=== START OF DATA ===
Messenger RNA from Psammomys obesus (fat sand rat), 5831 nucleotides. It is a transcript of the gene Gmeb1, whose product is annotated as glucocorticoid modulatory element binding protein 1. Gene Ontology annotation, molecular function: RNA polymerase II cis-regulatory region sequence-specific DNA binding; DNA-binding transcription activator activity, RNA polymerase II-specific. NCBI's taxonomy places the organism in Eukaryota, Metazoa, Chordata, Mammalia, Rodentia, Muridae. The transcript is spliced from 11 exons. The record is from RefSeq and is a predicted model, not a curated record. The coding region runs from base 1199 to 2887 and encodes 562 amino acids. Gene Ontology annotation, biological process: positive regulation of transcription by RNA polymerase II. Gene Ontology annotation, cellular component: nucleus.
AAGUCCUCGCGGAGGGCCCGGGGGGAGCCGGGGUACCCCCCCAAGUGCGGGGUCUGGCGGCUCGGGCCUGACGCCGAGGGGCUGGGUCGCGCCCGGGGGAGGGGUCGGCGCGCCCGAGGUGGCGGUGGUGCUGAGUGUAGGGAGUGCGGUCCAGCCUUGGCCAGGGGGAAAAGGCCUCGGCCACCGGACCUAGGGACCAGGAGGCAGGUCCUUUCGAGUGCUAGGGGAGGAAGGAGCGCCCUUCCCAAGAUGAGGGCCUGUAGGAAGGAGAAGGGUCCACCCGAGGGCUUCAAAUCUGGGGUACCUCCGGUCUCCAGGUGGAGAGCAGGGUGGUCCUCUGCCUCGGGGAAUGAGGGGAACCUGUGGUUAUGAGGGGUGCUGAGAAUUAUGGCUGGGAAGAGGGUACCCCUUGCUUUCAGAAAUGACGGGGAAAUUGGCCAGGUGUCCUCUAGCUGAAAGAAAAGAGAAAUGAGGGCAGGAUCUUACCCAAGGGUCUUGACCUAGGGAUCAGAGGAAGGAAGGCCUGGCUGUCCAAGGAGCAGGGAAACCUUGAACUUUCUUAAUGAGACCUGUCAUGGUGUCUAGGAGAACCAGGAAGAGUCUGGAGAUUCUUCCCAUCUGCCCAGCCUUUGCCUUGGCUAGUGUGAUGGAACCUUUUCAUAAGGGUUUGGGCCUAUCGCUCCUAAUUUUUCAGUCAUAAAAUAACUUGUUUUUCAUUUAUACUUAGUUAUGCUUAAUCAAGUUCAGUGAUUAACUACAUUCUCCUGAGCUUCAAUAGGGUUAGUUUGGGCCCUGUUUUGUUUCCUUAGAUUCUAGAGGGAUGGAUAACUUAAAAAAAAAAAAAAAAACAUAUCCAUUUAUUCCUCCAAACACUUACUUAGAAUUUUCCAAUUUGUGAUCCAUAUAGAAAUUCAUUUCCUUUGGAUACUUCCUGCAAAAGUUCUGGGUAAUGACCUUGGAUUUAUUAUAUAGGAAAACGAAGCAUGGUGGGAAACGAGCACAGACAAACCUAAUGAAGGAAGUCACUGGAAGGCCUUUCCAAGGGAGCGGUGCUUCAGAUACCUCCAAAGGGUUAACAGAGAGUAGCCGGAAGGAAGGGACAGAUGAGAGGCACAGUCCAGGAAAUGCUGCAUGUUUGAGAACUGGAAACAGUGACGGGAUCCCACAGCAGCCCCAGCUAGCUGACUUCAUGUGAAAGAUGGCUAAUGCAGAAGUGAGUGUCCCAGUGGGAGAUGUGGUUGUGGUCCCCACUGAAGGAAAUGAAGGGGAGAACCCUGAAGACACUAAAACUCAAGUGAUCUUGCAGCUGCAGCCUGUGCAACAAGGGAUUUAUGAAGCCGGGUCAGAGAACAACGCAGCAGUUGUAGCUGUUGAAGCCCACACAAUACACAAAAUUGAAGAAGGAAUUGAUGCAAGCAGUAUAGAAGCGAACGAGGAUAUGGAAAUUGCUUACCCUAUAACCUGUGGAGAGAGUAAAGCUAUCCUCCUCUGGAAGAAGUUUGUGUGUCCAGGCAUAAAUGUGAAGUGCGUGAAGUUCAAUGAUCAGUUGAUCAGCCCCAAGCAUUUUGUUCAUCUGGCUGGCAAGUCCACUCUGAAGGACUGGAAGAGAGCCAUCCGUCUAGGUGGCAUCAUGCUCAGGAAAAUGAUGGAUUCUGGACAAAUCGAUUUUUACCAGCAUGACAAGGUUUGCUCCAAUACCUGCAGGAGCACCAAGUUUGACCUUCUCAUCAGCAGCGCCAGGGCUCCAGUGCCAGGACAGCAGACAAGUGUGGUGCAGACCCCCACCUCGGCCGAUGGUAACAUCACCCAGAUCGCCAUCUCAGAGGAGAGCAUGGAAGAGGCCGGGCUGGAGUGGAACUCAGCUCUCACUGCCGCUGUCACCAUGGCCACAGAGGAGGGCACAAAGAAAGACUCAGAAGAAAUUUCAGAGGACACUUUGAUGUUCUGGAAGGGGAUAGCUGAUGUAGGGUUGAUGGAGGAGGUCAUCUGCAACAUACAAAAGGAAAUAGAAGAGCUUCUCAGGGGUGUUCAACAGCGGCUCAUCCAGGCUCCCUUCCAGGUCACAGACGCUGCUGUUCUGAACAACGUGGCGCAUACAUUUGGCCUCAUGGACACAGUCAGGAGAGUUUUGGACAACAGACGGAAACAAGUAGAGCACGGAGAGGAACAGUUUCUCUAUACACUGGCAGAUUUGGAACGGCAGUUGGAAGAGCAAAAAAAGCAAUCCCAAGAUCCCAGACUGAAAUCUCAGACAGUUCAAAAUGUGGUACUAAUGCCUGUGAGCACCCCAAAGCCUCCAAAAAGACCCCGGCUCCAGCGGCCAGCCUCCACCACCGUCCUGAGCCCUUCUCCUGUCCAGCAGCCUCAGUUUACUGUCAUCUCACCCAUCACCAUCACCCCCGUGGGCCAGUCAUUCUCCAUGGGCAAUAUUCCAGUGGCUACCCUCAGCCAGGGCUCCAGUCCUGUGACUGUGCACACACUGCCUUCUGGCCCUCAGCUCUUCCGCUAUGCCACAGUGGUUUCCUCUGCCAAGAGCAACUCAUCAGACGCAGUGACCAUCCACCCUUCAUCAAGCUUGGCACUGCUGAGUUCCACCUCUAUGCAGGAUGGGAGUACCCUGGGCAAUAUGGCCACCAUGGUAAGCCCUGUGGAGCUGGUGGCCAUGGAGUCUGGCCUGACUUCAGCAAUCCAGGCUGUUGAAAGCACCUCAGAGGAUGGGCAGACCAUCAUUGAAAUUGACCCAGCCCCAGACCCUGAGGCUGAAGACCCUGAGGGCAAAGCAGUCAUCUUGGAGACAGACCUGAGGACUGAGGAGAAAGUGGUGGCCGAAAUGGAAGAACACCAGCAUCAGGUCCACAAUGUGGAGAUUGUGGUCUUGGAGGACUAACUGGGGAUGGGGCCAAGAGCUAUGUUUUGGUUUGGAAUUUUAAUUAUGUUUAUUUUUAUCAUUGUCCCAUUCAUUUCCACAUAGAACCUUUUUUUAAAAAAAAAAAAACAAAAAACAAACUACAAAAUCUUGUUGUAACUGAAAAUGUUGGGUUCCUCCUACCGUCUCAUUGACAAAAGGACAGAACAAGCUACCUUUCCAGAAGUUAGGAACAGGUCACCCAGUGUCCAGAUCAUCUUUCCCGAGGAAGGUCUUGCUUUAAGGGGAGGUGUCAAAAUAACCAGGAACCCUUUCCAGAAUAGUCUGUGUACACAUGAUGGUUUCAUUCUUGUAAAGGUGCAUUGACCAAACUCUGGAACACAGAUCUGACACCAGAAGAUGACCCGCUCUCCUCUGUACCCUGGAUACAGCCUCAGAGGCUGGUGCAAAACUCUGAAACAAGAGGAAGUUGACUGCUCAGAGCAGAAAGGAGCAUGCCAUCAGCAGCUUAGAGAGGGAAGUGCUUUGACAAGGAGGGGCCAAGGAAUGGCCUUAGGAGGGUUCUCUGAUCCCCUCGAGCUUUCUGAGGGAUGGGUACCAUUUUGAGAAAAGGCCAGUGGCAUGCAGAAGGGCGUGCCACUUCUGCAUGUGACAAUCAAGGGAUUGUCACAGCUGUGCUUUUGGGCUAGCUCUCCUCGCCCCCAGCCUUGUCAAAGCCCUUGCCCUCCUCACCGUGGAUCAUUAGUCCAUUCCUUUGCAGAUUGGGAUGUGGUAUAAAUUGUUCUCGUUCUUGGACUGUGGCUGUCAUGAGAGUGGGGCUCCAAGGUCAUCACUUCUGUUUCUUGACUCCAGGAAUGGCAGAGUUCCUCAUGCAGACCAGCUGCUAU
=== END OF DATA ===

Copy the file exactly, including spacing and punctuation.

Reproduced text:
Messenger RNA from Psammomys obesus (fat sand rat), 5831 nucleotides. It is a transcript of the gene Gmeb1, whose product is annotated as glucocorticoid modulatory element binding protein 1. Gene Ontology annotation, molecular function: RNA polymerase II cis-regulatory region sequence-specific DNA binding; DNA-binding transcription activator activity, RNA polymerase II-specific. NCBI's taxonomy places the organism in Eukaryota, Metazoa, Chordata, Mammalia, Rodentia, Muridae. The transcript is spliced from 11 exons. The record is from RefSeq and is a predicted model, not a curated record. The coding region runs from base 1199 to 2887 and encodes 562 amino acids. Gene Ontology annotation, biological process: positive regulation of transcription by RNA polymerase II. Gene Ontology annotation, cellular component: nucleus.
AAGUCCUCGCGGAGGGCCCGGGGGGAGCCGGGGUACCCCCCCAAGUGCGGGGUCUGGCGGCUCGGGCCUGACGCCGAGGGGCUGGGUCGCGCCCGGGGGAGGGGUCGGCGCGCCCGAGGUGGCGGUGGUGCUGAGUGUAGGGAGUGCGGUCCAGCCUUGGCCAGGGGGAAAAGGCCUCGGCCACCGGACCUAGGGACCAGGAGGCAGGUCCUUUCGAGUGCUAGGGGAGGAAGGAGCGCCCUUCCCAAGAUGAGGGCCUGUAGGAAGGAGAAGGGUCCACCCGAGGGCUUCAAAUCUGGGGUACCUCCGGUCUCCAGGUGGAGAGCAGGGUGGUCCUCUGCCUCGGGGAAUGAGGGGAACCUGUGGUUAUGAGGGGUGCUGAGAAUUAUGGCUGGGAAGAGGGUACCCCUUGCUUUCAGAAAUGACGGGGAAAUUGGCCAGGUGUCCUCUAGCUGAAAGAAAAGAGAAAUGAGGGCAGGAUCUUACCCAAGGGUCUUGACCUAGGGAUCAGAGGAAGGAAGGCCUGGCUGUCCAAGGAGCAGGGAAACCUUGAACUUUCUUAAUGAGACCUGUCAUGGUGUCUAGGAGAACCAGGAAGAGUCUGGAGAUUCUUCCCAUCUGCCCAGCCUUUGCCUUGGCUAGUGUGAUGGAACCUUUUCAUAAGGGUUUGGGCCUAUCGCUCCUAAUUUUUCAGUCAUAAAAUAACUUGUUUUUCAUUUAUACUUAGUUAUGCUUAAUCAAGUUCAGUGAUUAACUACAUUCUCCUGAGCUUCAAUAGGGUUAGUUUGGGCCCUGUUUUGUUUCCUUAGAUUCUAGAGGGAUGGAUAACUUAAAAAAAAAAAAAAAAACAUAUCCAUUUAUUCCUCCAAACACUUACUUAGAAUUUUCCAAUUUGUGAUCCAUAUAGAAAUUCAUUUCCUUUGGAUACUUCCUGCAAAAGUUCUGGGUAAUGACCUUGGAUUUAUUAUAUAGGAAAACGAAGCAUGGUGGGAAACGAGCACAGACAAACCUAAUGAAGGAAGUCACUGGAAGGCCUUUCCAAGGGAGCGGUGCUUCAGAUACCUCCAAAGGGUUAACAGAGAGUAGCCGGAAGGAAGGGACAGAUGAGAGGCACAGUCCAGGAAAUGCUGCAUGUUUGAGAACUGGAAACAGUGACGGGAUCCCACAGCAGCCCCAGCUAGCUGACUUCAUGUGAAAGAUGGCUAAUGCAGAAGUGAGUGUCCCAGUGGGAGAUGUGGUUGUGGUCCCCACUGAAGGAAAUGAAGGGGAGAACCCUGAAGACACUAAAACUCAAGUGAUCUUGCAGCUGCAGCCUGUGCAACAAGGGAUUUAUGAAGCCGGGUCAGAGAACAACGCAGCAGUUGUAGCUGUUGAAGCCCACACAAUACACAAAAUUGAAGAAGGAAUUGAUGCAAGCAGUAUAGAAGCGAACGAGGAUAUGGAAAUUGCUUACCCUAUAACCUGUGGAGAGAGUAAAGCUAUCCUCCUCUGGAAGAAGUUUGUGUGUCCAGGCAUAAAUGUGAAGUGCGUGAAGUUCAAUGAUCAGUUGAUCAGCCCCAAGCAUUUUGUUCAUCUGGCUGGCAAGUCCACUCUGAAGGACUGGAAGAGAGCCAUCCGUCUAGGUGGCAUCAUGCUCAGGAAAAUGAUGGAUUCUGGACAAAUCGAUUUUUACCAGCAUGACAAGGUUUGCUCCAAUACCUGCAGGAGCACCAAGUUUGACCUUCUCAUCAGCAGCGCCAGGGCUCCAGUGCCAGGACAGCAGACAAGUGUGGUGCAGACCCCCACCUCGGCCGAUGGUAACAUCACCCAGAUCGCCAUCUCAGAGGAGAGCAUGGAAGAGGCCGGGCUGGAGUGGAACUCAGCUCUCACUGCCGCUGUCACCAUGGCCACAGAGGAGGGCACAAAGAAAGACUCAGAAGAAAUUUCAGAGGACACUUUGAUGUUCUGGAAGGGGAUAGCUGAUGUAGGGUUGAUGGAGGAGGUCAUCUGCAACAUACAAAAGGAAAUAGAAGAGCUUCUCAGGGGUGUUCAACAGCGGCUCAUCCAGGCUCCCUUCCAGGUCACAGACGCUGCUGUUCUGAACAACGUGGCGCAUACAUUUGGCCUCAUGGACACAGUCAGGAGAGUUUUGGACAACAGACGGAAACAAGUAGAGCACGGAGAGGAACAGUUUCUCUAUACACUGGCAGAUUUGGAACGGCAGUUGGAAGAGCAAAAAAAGCAAUCCCAAGAUCCCAGACUGAAAUCUCAGACAGUUCAAAAUGUGGUACUAAUGCCUGUGAGCACCCCAAAGCCUCCAAAAAGACCCCGGCUCCAGCGGCCAGCCUCCACCACCGUCCUGAGCCCUUCUCCUGUCCAGCAGCCUCAGUUUACUGUCAUCUCACCCAUCACCAUCACCCCCGUGGGCCAGUCAUUCUCCAUGGGCAAUAUUCCAGUGGCUACCCUCAGCCAGGGCUCCAGUCCUGUGACUGUGCACACACUGCCUUCUGGCCCUCAGCUCUUCCGCUAUGCCACAGUGGUUUCCUCUGCCAAGAGCAACUCAUCAGACGCAGUGACCAUCCACCCUUCAUCAAGCUUGGCACUGCUGAGUUCCACCUCUAUGCAGGAUGGGAGUACCCUGGGCAAUAUGGCCACCAUGGUAAGCCCUGUGGAGCUGGUGGCCAUGGAGUCUGGCCUGACUUCAGCAAUCCAGGCUGUUGAAAGCACCUCAGAGGAUGGGCAGACCAUCAUUGAAAUUGACCCAGCCCCAGACCCUGAGGCUGAAGACCCUGAGGGCAAAGCAGUCAUCUUGGAGACAGACCUGAGGACUGAGGAGAAAGUGGUGGCCGAAAUGGAAGAACACCAGCAUCAGGUCCACAAUGUGGAGAUUGUGGUCUUGGAGGACUAACUGGGGAUGGGGCCAAGAGCUAUGUUUUGGUUUGGAAUUUUAAUUAUGUUUAUUUUUAUCAUUGUCCCAUUCAUUUCCACAUAGAACCUUUUUUUAAAAAAAAAAAAACAAAAAACAAACUACAAAAUCUUGUUGUAACUGAAAAUGUUGGGUUCCUCCUACCGUCUCAUUGACAAAAGGACAGAACAAGCUACCUUUCCAGAAGUUAGGAACAGGUCACCCAGUGUCCAGAUCAUCUUUCCCGAGGAAGGUCUUGCUUUAAGGGGAGGUGUCAAAAUAACCAGGAACCCUUUCCAGAAUAGUCUGUGUACACAUGAUGGUUUCAUUCUUGUAAAGGUGCAUUGACCAAACUCUGGAACACAGAUCUGACACCAGAAGAUGACCCGCUCUCCUCUGUACCCUGGAUACAGCCUCAGAGGCUGGUGCAAAACUCUGAAACAAGAGGAAGUUGACUGCUCAGAGCAGAAAGGAGCAUGCCAUCAGCAGCUUAGAGAGGGAAGUGCUUUGACAAGGAGGGGCCAAGGAAUGGCCUUAGGAGGGUUCUCUGAUCCCCUCGAGCUUUCUGAGGGAUGGGUACCAUUUUGAGAAAAGGCCAGUGGCAUGCAGAAGGGCGUGCCACUUCUGCAUGUGACAAUCAAGGGAUUGUCACAGCUGUGCUUUUGGGCUAGCUCUCCUCGCCCCCAGCCUUGUCAAAGCCCUUGCCCUCCUCACCGUGGAUCAUUAGUCCAUUCCUUUGCAGAUUGGGAUGUGGUAUAAAUUGUUCUCGUUCUUGGACUGUGGCUGUCAUGAGAGUGGGGCUCCAAGGUCAUCACUUCUGUUUCUUGACUCCAGGAAUGGCAGAGUUCCUCAUGCAGACCAGCUGCUAU